It seems that the equivalent resistance of the internal pull-up is about 35.7K ohms. With your 10K ohm resistor in the circuit then you would get a current of about 5 volts / 47.5K ohms = 1.1 mA. So the voltage drop across the 10K ohm resistor is 10K ohms * 1.1 mA = 1.1 volts. This is outside the limit for a logic 0 for all logic families except CMOS.

You would have to use a smaller resistor to get your limit switch to trip reliably. Lowering the resistance also shifts the cut-off frequency of the low pass filter.


Well, I had to revisit this after having more time to think about it. Below is a revised schematic of the circuit that I think you want. It’s a low pass filter for the signal wire (limit switch) that you are trying to filter to remove noise. I included my calculations so that my work can be checked by others.

Turns out that the Arduino pins will accept anything less than 0.3 * Vcc as a logic low. With the Arduino at +5 volts power, your logic low level on an input pin can be as high as 1.5 volts.

To be most effective the resistor/capacitor should be connected as close as you can reasonably get it to the gShield pin.

I suppose the frequency cut-off that you selected was somewhat arbitrary.

For those just reading this the internal pull-up on the Arduino pin is generally considered to be 35.7K ohms.

interesting. When the heat drops from 100 degrees here in NYC and I can stand to be in the garage I will definitely give it a look over. So hot and humid here this week!


Thanks Larry, looks like a trip to my friendly electronic store tomorrow.

Talking to one of our Engineers, he suggested that the USB shielded cable I’ve used was less than ideal. His suggestion was twisted pairs of wires that are shielded - for example the blue data cable in ubiquitous use on PC’s, routers etc.

Worth the upgrade while I’m playing do you think? (Not urgent - I’m happily playing just with the homing switches and soft limits).



Hi, David. Glad to hear you’re having fun with your machine.

The limit switch idea has some appeal to the engineering side of me, but having gone through this exercise and the conversations on this forum I don’t see much advantage to true limit switches on this machine.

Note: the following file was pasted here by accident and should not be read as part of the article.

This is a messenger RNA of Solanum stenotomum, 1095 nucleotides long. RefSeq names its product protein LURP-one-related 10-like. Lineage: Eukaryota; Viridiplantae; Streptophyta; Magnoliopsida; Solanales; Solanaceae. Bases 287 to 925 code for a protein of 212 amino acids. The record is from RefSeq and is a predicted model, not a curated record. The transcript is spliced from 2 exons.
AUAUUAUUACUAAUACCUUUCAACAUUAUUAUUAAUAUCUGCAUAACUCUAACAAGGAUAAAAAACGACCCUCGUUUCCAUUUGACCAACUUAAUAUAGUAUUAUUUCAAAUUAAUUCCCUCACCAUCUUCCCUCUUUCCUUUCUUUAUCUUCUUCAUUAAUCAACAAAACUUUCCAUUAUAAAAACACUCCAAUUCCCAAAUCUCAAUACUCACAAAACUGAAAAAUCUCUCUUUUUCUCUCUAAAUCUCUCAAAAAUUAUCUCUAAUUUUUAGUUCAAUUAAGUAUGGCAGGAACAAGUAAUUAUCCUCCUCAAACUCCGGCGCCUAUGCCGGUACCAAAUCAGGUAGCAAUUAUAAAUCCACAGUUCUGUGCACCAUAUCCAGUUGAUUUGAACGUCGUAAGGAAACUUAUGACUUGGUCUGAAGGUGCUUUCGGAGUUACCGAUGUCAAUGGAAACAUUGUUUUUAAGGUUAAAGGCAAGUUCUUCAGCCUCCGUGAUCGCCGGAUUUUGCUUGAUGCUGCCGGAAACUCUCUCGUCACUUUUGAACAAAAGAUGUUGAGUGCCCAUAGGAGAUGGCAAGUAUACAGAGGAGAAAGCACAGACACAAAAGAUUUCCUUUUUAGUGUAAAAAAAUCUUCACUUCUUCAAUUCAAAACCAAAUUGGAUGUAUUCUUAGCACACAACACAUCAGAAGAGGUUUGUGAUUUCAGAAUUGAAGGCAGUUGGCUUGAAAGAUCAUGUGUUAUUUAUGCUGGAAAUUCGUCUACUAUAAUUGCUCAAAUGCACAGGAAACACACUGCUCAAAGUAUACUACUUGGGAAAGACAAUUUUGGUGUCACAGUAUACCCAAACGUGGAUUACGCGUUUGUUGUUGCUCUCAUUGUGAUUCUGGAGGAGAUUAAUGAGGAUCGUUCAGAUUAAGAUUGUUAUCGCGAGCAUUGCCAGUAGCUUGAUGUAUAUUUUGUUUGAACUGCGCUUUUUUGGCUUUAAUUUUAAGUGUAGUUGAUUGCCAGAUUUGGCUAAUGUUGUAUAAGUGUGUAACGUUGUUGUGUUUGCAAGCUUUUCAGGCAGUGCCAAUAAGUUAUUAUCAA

I’m going the homing/soft limits approach as my solution as I think for the X-carve it has enough of an advantage that I don’t see spending the extra time/money/aggravation of doing the limit switch solution.

I’m going to be interested in Brian’s results from the low pass filter idea, but I’m not overly optimistic about that approach.

Since the soft limits system doesn’t use the homing/limit switches after the actual homing operation I think that unless you have issues with homing failures I would just go with what you have.


@LarryM Well the little boards I made came in, but i’m so bogged down at work it may take a week or two to get to and I need to grab some little blue screw terminals. But i’m on it! (at some point) :slight_smile:

Just for giggles, I ran some extra wires and installed true limit switches at the ends of the X and left-hand Y rails. They’re wired in parallel for NO operation at the moment, and so far they seem to be working great. The machine will still home on the +Z/-X/-Y switches, and once it’s finished and pulled off, all of the switches then work as hard limits and stop all motion when any one is activated - even when jogging, which was important to me. The only movement with no protection now is in the -Z direction, but there’s a very fine line there that I’m not sure I really want to toe. That’s what the big red button is for. :smiley:

My Tormach 770 does not have a limit switch at Z- and I keep my thumb on the Estop for the first run of all operations for a job. Even then I’ve drilled through 1/2" of alu in less time then I could hit the Estop.
When I get my machine assembled and running I too will have full limit switches less Z-


Ok, so got my X,Y,Z low pass filters made, assembled and soldered, hopefully i’ll get to test them this week! If it works it would sure be much easier than rewiring everything with shielded cable (More maker like also)

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I am proud to say my little boards performed perfectly!!! No more crashing rails or breaking “Limit Switches” yes now I can officially call them limit switches (Most importantly without having to rewire the original unshielded wires) , oh and the homing works perfect as well.
I only tested them in UGS, I try it with easel tomorrow but should work the same. The only glitch I did find was when I do trip a switch and reset the hard limit, It locks once more when attempting to move the other way. After unlocking the second time all is fine. I will need to test further this week to make 100% all is ok